Once By The Pacific Essay, Research Paper
Interpretations of “Once by the Pacific”
It is odd how even recent history can be an obscure and tangled mess of biased opinions and here-say. Yet the future can be vaguely foretold in a dark and simple poem.
Robert Lee Frost was no doubt a magnificent poet. As the saying goes, to be great is to be misunderstood. His varied poetry reflected his life, because he used his life as inspiration. We find Frost’s spectrum ranging from simple observances to profound philosophical assumptions in his personal life and American society, as well. “Once by the Pacific” could reflect upon several different things.
Nature is a part of nearly every one of Frost’s poems. He was an individualist and believed that people could have their own personal relationship with God in nature. “Once by the Pacific” could also be interpreted as a distinct warning to society that dark times lie ahead. The image in the first four lines of this poem show waves tumbling over each other, almost fighting to get to shore and “do something . . . that water never did before” (Frost 1134). It is like a contest to see who can change or do the most destruction to the land. The waves represent the people of society clawing and fighting to the best, and in turn, fading in self-destruction. Yet they, just as the shore in the poem, are comforted by a sense of false security. “The shore was lucky in being backed by a cliff, the cliff backed by a continent” (1134). We as Americans are vain. We feel that we are indestructible. We are the superpower of the world. This may be true, but who shall save us from ourselves? Frost wants seems to think that it is inevitable that we will self-destruct. That the “someone” who had better be prepared for rage should read “We” as Americans. Again, it is ironic that just a year later following this poem the stock market crashed, sending our country and its infrastructure into an uproar and nearly tearing our society apart. And history has shown that we as Americans have continued this attitude that Frost may have been referring to. Nuclear weapons, violence, poverty, pollution, and the list go on of ways that we are slowly self-destructing. In my opinion, this is as big a challenge to “social order” that Frost could have possibly offered.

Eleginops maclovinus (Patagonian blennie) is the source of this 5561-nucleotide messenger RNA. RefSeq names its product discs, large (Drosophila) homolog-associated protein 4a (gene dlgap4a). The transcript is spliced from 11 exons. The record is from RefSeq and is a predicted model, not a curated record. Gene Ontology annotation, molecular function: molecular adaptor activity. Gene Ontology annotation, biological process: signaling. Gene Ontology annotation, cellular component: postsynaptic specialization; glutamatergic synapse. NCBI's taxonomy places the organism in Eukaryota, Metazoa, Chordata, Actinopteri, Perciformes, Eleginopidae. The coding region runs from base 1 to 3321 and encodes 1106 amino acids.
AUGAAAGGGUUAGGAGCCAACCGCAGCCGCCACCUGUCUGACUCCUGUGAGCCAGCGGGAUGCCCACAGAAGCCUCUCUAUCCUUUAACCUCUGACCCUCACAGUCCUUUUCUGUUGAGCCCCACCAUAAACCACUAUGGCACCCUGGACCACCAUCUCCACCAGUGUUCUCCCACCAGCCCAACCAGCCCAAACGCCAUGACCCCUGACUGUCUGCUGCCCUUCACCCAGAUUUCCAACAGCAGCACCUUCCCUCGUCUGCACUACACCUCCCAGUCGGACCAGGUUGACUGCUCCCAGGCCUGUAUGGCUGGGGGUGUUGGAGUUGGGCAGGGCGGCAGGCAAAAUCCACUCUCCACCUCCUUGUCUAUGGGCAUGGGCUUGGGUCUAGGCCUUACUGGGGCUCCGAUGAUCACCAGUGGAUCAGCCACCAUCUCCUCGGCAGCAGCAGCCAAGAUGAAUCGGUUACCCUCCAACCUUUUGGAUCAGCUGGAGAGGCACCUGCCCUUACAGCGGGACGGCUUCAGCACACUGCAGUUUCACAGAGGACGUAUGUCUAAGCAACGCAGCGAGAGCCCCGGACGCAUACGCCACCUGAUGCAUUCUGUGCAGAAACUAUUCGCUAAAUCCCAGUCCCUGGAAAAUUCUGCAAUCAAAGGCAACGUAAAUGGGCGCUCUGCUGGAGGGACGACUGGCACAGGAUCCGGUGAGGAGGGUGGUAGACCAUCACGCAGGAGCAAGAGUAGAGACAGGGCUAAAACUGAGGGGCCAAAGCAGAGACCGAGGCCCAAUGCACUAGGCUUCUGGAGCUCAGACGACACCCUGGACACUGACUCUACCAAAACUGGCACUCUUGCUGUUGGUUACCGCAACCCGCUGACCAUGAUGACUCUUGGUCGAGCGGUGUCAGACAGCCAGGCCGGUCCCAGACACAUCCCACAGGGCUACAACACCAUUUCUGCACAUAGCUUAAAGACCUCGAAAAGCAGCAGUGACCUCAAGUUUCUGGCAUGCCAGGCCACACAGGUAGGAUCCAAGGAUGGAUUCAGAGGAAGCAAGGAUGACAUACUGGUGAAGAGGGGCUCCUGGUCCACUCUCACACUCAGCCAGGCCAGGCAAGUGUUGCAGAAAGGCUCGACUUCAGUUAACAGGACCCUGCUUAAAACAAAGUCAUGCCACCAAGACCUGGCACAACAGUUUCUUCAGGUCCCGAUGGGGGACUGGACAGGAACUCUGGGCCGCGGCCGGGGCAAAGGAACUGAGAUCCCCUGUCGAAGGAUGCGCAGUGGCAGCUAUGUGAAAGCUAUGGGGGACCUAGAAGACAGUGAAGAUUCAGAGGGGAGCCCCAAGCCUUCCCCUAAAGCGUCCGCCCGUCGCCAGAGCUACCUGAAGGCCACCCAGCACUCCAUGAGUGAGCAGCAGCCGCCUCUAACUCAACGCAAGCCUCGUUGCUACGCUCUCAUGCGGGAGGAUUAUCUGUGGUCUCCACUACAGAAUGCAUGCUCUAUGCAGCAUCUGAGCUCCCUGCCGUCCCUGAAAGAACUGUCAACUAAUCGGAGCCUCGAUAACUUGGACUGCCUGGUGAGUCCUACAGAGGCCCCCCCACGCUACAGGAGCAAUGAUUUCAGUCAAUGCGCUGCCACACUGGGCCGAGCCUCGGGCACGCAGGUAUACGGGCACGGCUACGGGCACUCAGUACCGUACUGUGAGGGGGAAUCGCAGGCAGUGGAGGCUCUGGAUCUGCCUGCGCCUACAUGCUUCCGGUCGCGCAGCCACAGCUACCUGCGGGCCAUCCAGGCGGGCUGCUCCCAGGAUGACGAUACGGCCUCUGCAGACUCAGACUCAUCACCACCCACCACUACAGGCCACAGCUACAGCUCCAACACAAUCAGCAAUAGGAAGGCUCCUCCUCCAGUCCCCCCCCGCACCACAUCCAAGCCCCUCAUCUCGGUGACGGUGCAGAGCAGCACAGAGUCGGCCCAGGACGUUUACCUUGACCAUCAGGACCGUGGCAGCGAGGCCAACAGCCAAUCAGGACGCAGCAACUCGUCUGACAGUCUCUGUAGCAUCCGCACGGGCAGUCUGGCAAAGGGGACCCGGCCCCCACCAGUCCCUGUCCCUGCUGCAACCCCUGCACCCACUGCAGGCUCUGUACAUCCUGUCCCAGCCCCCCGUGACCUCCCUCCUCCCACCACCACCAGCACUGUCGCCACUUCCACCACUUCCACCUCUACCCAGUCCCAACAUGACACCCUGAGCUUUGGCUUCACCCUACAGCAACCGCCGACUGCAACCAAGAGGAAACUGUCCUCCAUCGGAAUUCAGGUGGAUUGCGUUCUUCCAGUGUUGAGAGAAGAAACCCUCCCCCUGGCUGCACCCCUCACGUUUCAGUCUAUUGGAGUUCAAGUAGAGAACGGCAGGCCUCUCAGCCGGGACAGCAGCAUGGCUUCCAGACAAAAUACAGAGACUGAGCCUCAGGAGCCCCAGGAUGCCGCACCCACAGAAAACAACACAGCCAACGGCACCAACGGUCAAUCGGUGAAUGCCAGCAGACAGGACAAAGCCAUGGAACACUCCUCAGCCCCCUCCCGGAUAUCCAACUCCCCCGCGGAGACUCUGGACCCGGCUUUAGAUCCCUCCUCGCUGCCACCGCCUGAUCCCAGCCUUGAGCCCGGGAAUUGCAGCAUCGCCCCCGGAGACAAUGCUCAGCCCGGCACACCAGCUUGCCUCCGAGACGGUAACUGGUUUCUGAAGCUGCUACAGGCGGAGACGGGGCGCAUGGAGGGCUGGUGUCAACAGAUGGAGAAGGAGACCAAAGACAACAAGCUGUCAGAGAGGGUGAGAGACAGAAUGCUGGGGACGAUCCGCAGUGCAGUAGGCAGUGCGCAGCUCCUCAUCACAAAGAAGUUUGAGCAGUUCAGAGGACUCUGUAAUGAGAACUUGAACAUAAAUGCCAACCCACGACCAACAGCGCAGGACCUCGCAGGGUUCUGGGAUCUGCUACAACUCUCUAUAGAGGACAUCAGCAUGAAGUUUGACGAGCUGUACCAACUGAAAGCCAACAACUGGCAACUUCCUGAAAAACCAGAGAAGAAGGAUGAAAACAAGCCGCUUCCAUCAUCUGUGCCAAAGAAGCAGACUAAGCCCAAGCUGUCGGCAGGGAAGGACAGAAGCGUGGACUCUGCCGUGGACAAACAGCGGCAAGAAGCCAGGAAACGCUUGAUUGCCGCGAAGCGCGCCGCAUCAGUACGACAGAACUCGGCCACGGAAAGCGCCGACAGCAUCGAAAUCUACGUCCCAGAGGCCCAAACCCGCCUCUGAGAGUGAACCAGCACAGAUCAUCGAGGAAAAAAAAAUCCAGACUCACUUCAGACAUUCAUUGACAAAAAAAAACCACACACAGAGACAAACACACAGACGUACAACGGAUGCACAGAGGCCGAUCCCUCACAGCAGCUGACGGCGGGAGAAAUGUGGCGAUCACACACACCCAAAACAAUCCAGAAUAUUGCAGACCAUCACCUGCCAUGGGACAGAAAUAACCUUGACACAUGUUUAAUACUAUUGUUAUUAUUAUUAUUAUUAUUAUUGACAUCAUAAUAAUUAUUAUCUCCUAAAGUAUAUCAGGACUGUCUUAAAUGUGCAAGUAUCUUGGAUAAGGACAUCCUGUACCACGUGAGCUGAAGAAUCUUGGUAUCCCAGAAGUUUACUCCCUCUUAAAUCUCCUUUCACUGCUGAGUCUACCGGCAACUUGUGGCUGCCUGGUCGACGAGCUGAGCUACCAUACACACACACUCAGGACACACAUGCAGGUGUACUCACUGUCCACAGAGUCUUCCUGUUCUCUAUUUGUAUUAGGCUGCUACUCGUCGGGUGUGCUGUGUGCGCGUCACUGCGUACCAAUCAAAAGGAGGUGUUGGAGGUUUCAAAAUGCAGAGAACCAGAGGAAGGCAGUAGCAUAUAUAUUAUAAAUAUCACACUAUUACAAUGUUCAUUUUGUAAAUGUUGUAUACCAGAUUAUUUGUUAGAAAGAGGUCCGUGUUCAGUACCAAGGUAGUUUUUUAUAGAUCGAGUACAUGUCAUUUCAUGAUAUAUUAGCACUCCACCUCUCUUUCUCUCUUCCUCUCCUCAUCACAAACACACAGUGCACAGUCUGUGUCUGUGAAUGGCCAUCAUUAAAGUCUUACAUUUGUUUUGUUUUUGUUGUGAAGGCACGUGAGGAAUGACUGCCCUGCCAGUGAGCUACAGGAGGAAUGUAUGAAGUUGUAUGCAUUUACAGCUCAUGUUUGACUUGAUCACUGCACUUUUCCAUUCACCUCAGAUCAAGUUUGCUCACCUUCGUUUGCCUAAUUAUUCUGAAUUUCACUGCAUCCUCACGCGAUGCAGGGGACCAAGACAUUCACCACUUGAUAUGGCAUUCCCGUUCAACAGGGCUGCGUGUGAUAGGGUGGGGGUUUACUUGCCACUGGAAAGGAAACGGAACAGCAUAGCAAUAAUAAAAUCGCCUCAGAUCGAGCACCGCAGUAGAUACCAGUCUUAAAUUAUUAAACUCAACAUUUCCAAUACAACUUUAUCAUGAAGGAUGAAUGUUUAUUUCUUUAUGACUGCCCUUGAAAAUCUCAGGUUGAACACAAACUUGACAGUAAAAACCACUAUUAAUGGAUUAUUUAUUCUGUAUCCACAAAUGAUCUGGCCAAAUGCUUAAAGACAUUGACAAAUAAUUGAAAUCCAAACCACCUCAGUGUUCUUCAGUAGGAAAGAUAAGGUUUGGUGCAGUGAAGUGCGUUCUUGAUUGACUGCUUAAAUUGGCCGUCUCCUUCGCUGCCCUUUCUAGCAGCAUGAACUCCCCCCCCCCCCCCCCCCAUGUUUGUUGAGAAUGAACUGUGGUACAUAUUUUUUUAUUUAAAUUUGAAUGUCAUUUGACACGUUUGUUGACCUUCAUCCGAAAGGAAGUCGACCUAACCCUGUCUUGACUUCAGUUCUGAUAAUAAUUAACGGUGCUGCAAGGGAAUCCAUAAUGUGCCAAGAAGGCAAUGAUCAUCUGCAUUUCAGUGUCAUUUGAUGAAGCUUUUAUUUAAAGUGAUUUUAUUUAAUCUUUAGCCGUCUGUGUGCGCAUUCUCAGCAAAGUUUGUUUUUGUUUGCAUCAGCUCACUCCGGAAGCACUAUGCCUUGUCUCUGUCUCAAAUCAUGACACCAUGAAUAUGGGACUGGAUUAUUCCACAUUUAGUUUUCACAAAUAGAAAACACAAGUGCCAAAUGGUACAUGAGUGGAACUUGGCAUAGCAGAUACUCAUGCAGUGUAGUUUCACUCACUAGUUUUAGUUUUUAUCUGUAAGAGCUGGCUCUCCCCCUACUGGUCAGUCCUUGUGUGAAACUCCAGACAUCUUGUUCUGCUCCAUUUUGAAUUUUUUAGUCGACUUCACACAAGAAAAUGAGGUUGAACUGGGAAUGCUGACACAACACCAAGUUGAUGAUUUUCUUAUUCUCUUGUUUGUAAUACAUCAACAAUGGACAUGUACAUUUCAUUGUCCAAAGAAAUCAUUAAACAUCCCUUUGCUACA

Robert Frost’s poetry was simple at first glance. Just as Frost was a simple man on the outside. He was a farmer. He traveled a bit, but nothing outrageous until his later years when he became a sort of diplomat. His poetry spoke of simple feeling and simple subject. However, underneath these simple words and this simple man lay an interwoven mass of complexity. He wrote about his own experience. His motives are just as obscure as his method. No one could know why he wrote what he did, except of course Frost himself. However, that is what makes him so fascinating. We, nearly half a century later, can relate to this man’s writing however we deem it necessary. After all, it is poetry. Many loved him, some pitied him, and others disagreed with his dark personal life. No doubt about it, though, all respected him and his elegant use of words. Maybe we should also respect his warning, “before God’s last Put out the Light is spoken” (1134).
Frost, Robert. Once by the Pacific. The Norton Anthology Literature. Vol. 2. 5th Edition. Ed. Nina Baym et al. New York: W. W. Norton and Company, 1998. 1134.